There was a cultural revolution from 1966 to 1976 which slightly changed the culture of China because of economic reasons. The previous system hugely converged on philosophy, literature and history but now the national culture has become more open with the world. The main factor of the Chinese culture is politeness. In everyday life, in and out of the workplace politeness determines an individual’s personality. Organisations usually select those who have the best attitude and family are usually giving priority before anyone else. As with Japan, lifetime employment is also the case with China and the organisation become like family to the employee.

Respect is very important and the Chinese must ensure they give this at all times in order to prevent the ‘loss of face’. Once someone in China loses face, they are regarded as untrustworthy and lose their dignity along with their self respect. Greetings in China are usually made with the face and the Chinese depend on facial expressions and tone for reputation and respect. As with Japan, teamwork is vital in China as this guarantees good cooperation within the organisation. Gifts are given as recognition of hard work and appreciation and are also used for motivation.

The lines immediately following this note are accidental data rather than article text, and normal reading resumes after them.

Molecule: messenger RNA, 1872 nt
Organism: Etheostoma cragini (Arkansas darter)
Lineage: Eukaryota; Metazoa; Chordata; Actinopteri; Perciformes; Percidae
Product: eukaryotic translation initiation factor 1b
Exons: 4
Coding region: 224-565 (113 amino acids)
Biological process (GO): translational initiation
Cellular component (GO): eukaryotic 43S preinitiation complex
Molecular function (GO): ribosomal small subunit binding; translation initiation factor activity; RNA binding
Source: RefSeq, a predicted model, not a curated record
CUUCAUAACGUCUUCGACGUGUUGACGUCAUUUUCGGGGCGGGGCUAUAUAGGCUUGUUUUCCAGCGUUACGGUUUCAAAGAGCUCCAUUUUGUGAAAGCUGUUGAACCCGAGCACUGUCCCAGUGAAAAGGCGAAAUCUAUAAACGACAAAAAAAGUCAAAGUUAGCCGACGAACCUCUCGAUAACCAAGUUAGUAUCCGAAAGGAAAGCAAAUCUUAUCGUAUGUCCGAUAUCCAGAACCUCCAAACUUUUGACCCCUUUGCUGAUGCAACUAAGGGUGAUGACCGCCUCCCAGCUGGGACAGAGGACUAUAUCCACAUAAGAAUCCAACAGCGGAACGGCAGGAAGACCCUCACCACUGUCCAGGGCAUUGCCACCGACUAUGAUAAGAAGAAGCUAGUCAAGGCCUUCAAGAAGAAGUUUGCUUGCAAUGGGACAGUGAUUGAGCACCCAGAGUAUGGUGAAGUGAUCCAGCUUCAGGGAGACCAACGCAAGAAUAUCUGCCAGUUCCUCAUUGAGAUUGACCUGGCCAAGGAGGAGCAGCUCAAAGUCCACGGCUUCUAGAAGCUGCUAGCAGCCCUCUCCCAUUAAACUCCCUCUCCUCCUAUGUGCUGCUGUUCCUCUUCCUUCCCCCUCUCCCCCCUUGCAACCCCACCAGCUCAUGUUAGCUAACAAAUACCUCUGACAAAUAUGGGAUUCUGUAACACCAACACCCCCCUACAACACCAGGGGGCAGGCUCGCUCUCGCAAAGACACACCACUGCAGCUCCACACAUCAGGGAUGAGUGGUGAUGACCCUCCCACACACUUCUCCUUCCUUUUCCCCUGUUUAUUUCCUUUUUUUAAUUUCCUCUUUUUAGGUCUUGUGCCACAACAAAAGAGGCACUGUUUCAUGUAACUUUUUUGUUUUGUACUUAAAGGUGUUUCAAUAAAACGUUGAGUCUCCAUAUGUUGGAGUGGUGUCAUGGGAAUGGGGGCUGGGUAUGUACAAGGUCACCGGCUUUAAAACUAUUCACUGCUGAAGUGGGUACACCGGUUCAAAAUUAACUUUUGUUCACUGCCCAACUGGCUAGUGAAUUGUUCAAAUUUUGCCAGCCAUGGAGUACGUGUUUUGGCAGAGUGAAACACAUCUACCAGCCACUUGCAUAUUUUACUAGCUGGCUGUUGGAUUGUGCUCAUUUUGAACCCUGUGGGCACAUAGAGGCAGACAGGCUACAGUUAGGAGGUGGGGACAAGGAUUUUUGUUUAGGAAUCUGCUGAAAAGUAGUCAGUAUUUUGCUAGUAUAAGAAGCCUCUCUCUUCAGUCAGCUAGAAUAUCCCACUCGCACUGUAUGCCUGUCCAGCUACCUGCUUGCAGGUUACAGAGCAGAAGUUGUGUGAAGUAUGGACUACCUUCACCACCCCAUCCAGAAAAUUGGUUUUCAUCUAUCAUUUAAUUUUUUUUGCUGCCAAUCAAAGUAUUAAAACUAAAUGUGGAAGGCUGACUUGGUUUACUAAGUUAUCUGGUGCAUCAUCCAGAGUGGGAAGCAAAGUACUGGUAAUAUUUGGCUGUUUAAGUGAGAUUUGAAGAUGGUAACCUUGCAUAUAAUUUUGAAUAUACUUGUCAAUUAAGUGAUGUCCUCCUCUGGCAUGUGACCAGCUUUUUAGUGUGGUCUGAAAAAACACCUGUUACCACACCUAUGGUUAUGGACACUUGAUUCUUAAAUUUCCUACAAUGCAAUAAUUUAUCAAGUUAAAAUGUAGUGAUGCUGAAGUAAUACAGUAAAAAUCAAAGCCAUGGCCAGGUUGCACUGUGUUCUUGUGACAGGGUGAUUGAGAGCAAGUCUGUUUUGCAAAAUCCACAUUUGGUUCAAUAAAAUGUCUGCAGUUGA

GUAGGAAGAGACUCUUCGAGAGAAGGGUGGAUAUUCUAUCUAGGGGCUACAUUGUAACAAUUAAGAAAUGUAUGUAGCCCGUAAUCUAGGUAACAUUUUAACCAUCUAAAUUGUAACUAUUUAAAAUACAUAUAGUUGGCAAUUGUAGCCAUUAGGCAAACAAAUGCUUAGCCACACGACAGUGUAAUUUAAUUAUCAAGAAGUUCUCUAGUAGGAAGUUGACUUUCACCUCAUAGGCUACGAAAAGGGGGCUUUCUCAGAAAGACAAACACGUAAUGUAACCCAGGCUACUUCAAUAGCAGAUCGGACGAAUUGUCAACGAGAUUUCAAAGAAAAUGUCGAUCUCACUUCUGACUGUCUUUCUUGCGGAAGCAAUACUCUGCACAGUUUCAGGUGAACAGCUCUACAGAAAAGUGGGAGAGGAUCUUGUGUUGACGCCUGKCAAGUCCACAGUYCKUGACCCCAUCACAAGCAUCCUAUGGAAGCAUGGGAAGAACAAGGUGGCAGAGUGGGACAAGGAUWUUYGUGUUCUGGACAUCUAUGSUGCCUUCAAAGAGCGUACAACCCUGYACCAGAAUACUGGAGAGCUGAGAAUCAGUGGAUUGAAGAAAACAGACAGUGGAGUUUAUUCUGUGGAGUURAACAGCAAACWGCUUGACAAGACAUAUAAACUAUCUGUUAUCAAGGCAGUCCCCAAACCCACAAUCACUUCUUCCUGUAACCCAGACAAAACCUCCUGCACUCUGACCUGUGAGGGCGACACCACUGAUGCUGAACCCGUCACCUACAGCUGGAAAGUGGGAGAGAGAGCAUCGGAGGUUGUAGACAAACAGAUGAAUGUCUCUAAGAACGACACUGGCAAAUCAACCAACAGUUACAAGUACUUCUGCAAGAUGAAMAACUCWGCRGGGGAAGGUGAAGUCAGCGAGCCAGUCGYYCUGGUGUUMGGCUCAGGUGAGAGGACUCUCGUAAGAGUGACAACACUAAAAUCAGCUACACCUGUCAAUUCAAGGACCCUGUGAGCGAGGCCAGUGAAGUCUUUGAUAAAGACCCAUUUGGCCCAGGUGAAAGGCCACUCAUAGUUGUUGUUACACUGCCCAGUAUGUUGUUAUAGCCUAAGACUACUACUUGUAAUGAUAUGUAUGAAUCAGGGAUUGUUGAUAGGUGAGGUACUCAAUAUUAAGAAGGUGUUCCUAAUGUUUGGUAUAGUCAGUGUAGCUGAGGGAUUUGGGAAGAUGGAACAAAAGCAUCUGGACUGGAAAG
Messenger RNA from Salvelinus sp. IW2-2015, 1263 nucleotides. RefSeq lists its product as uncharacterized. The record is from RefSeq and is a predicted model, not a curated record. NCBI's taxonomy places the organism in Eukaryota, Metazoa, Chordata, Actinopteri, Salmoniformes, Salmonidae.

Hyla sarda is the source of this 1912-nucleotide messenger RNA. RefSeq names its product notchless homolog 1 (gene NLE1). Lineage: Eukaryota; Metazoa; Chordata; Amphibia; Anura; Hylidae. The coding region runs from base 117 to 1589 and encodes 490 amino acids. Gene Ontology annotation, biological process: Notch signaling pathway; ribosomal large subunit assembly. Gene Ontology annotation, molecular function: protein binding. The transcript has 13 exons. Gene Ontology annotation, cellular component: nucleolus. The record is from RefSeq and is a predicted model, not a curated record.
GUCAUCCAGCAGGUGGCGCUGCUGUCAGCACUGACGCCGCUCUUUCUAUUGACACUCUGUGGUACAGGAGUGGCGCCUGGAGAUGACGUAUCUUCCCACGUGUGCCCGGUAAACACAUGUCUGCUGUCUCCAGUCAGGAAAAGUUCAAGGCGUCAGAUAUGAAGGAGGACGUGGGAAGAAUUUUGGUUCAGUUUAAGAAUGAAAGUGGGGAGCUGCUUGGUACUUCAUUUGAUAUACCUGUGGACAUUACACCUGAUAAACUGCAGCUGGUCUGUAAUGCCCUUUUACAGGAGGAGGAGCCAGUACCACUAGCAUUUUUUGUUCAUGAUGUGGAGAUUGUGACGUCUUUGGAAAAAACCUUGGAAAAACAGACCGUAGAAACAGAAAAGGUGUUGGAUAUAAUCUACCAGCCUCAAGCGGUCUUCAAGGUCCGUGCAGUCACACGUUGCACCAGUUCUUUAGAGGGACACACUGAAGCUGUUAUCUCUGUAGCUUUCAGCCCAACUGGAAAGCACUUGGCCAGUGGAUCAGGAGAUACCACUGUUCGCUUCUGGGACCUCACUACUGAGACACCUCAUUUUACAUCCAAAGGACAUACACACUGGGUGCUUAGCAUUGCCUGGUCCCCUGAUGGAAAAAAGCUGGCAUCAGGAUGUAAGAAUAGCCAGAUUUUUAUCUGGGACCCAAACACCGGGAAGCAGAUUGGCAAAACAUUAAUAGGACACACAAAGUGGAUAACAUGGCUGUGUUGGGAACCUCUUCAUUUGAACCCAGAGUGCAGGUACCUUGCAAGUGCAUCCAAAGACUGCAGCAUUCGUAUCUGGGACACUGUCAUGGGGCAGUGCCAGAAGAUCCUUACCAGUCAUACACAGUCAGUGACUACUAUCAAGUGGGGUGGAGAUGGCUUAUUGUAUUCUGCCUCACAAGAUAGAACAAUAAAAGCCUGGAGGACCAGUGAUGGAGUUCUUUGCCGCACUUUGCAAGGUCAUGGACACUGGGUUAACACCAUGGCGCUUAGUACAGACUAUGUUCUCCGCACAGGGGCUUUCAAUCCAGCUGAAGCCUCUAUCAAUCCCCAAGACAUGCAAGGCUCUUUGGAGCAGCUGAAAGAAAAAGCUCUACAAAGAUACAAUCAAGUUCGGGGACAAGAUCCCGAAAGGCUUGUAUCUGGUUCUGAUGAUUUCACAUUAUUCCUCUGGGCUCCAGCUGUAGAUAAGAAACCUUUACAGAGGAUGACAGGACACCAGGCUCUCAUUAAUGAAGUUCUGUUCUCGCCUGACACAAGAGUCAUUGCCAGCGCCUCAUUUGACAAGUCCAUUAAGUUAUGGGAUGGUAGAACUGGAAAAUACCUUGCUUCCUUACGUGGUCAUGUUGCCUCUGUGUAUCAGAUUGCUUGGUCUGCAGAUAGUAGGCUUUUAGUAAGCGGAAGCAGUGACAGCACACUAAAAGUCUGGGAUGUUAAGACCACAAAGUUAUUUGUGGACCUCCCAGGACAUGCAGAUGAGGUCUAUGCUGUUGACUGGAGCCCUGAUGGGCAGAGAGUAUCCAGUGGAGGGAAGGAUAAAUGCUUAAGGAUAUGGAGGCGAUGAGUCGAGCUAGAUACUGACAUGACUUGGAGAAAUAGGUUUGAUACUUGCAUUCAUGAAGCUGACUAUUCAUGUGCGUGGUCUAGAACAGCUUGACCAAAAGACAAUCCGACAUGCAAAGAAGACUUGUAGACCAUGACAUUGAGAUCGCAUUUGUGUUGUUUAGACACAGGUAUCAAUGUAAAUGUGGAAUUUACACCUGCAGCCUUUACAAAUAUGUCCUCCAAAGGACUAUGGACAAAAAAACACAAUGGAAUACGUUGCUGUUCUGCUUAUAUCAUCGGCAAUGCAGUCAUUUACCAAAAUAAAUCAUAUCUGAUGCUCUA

Long term relationships are also much more valued rather than quick transactions as the Chinese find it easier to function when they have contacts. This is a more family way of working and is part of Guanxi. Guanxi literally means any type of relationship (Chinese-school) and a favour is usually done for a favour in return. However, he difference from the Japanese culture is in China there are clear levels of hierarchy and people are usually judged according to their status. The seniors will always be given priority and no decisions can be taken upon without their consent. If mistakes are made in China it is regarded as a huge weakness.